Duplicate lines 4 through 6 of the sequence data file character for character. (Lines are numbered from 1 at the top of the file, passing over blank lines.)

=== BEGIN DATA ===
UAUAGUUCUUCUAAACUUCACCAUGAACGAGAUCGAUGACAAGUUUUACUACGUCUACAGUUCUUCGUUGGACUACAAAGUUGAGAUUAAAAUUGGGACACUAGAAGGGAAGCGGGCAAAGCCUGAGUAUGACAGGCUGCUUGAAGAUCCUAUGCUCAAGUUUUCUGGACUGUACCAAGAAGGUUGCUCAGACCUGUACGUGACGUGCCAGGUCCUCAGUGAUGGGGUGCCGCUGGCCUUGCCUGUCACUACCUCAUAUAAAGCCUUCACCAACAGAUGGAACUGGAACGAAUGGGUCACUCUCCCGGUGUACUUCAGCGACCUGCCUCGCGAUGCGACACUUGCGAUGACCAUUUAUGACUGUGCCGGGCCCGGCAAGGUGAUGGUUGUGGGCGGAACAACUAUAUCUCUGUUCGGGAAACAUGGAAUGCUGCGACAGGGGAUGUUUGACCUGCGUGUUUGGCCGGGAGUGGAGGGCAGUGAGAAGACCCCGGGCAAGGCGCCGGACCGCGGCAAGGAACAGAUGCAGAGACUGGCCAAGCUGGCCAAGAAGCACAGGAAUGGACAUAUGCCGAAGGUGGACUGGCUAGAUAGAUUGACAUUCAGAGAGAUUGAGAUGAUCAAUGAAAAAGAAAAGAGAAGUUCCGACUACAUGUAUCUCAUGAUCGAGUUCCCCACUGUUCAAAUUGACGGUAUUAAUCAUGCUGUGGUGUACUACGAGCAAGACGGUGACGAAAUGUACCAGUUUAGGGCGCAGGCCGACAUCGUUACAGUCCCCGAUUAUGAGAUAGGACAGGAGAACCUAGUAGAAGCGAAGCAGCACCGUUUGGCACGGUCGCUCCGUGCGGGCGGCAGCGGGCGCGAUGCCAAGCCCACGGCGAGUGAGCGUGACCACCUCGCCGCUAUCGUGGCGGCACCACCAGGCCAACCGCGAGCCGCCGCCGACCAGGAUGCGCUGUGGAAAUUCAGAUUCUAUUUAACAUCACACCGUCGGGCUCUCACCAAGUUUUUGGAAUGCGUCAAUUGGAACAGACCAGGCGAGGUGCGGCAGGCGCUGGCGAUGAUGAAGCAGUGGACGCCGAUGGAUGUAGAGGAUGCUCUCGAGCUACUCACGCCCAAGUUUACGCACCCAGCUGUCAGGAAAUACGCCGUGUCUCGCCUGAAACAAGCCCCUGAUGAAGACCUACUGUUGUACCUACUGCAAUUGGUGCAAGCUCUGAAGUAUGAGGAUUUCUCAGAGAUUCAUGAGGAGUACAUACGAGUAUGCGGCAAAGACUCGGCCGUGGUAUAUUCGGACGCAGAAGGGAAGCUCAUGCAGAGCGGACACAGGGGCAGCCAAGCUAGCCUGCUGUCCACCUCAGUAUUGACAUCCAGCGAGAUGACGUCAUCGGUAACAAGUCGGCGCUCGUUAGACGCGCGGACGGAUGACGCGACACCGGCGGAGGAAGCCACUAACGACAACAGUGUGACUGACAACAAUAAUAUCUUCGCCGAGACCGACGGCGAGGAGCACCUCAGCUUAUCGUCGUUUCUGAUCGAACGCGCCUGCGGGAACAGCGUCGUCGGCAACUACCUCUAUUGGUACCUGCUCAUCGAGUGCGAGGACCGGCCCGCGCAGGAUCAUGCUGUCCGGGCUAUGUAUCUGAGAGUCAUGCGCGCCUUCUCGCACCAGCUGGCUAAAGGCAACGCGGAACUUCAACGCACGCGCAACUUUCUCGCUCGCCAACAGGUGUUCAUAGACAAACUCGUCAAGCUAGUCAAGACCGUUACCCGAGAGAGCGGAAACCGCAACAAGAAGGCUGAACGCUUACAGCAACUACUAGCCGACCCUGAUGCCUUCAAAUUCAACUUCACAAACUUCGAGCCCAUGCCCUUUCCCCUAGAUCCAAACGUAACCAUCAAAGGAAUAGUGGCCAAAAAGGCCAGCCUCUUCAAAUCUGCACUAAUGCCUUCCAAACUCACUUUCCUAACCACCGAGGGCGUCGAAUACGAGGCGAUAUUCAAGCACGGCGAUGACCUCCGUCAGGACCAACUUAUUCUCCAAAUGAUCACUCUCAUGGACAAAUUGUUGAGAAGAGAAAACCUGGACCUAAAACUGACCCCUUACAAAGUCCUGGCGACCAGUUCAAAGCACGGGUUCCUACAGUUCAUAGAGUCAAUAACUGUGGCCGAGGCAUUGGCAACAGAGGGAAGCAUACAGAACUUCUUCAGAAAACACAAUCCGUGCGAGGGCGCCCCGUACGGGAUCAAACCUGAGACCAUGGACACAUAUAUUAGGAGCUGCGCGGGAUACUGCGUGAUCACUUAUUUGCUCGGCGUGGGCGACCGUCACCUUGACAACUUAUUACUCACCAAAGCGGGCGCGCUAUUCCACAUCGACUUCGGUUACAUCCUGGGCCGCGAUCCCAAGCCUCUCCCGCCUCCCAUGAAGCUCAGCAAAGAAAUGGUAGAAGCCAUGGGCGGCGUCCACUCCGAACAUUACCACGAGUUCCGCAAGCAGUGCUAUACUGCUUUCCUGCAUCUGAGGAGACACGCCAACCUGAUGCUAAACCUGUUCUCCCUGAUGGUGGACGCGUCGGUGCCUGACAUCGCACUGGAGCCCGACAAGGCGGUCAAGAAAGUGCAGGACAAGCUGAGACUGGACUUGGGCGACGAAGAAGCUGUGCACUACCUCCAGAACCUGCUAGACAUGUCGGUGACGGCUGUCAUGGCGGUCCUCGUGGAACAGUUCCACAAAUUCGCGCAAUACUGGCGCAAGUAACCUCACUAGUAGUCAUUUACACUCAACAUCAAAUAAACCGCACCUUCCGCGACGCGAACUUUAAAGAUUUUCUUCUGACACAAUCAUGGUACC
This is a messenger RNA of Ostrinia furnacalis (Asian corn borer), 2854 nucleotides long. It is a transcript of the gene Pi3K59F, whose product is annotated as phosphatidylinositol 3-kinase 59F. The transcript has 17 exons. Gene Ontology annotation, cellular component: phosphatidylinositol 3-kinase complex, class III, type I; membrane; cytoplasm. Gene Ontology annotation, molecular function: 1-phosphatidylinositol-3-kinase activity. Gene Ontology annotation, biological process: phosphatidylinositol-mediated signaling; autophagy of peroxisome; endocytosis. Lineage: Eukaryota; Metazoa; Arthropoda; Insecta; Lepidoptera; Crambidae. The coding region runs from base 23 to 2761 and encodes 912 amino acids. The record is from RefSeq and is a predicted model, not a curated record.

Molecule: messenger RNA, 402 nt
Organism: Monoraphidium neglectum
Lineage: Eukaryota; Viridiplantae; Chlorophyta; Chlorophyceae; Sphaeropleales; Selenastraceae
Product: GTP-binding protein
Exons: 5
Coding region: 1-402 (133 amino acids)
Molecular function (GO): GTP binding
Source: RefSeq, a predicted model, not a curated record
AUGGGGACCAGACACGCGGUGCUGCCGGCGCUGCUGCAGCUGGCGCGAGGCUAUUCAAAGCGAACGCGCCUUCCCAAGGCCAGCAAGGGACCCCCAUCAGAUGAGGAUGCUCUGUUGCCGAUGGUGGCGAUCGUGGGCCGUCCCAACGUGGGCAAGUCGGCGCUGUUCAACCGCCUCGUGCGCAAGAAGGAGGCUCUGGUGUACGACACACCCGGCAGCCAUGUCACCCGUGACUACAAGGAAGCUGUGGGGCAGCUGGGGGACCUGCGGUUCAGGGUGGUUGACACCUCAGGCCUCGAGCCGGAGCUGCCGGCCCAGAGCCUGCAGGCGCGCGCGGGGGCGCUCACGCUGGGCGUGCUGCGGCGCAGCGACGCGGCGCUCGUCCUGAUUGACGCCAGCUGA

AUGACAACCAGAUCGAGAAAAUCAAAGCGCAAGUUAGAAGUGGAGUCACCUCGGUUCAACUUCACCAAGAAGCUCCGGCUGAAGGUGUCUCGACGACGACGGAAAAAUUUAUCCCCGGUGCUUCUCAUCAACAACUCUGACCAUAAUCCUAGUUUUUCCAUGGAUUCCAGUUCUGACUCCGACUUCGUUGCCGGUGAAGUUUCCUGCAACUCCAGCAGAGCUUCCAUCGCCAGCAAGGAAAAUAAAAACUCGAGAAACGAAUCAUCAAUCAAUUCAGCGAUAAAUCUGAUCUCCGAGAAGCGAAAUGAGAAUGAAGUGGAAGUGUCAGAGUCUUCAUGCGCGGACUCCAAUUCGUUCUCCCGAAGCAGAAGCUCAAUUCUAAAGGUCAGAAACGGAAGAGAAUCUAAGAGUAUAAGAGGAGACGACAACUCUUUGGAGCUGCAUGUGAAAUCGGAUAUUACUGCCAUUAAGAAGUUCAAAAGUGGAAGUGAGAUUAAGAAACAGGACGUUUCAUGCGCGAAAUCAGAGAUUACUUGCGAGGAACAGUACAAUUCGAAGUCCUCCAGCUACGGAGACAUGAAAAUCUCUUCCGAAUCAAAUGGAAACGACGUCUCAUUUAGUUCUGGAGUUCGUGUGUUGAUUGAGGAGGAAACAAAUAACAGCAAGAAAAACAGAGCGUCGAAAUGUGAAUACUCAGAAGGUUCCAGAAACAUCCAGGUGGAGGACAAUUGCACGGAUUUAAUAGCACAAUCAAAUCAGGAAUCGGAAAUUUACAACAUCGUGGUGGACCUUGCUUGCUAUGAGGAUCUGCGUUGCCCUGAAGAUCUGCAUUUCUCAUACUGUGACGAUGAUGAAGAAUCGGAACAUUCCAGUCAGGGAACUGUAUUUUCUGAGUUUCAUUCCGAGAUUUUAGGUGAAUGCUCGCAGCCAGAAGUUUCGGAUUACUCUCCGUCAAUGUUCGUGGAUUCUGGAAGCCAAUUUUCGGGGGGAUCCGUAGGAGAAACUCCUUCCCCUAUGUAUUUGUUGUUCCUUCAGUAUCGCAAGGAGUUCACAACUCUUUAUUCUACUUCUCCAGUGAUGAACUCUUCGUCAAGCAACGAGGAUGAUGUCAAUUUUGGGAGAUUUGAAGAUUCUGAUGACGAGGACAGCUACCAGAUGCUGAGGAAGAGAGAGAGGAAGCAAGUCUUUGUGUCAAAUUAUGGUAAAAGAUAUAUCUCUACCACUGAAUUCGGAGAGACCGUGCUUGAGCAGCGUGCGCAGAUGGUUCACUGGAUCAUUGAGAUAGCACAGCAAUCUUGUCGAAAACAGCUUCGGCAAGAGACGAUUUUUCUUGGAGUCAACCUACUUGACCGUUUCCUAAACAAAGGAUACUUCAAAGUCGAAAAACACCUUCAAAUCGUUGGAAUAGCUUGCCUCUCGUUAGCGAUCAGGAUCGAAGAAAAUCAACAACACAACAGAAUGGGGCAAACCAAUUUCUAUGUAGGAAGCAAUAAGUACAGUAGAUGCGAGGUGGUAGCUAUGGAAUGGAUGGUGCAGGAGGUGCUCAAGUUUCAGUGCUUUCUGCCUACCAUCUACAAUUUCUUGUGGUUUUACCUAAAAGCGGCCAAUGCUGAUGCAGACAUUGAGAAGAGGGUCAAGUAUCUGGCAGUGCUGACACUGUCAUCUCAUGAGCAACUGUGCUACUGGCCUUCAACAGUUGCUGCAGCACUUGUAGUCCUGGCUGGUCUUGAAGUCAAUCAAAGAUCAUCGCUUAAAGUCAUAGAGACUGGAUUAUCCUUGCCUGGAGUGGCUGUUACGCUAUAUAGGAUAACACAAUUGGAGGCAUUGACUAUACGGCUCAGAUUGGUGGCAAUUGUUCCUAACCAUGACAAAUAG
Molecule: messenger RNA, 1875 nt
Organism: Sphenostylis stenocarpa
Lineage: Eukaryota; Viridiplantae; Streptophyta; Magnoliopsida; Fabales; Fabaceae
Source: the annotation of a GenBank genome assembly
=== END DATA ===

Organism: Monoraphidium neglectum
Lineage: Eukaryota; Viridiplantae; Chlorophyta; Chlorophyceae; Sphaeropleales; Selenastraceae
Product: GTP-binding protein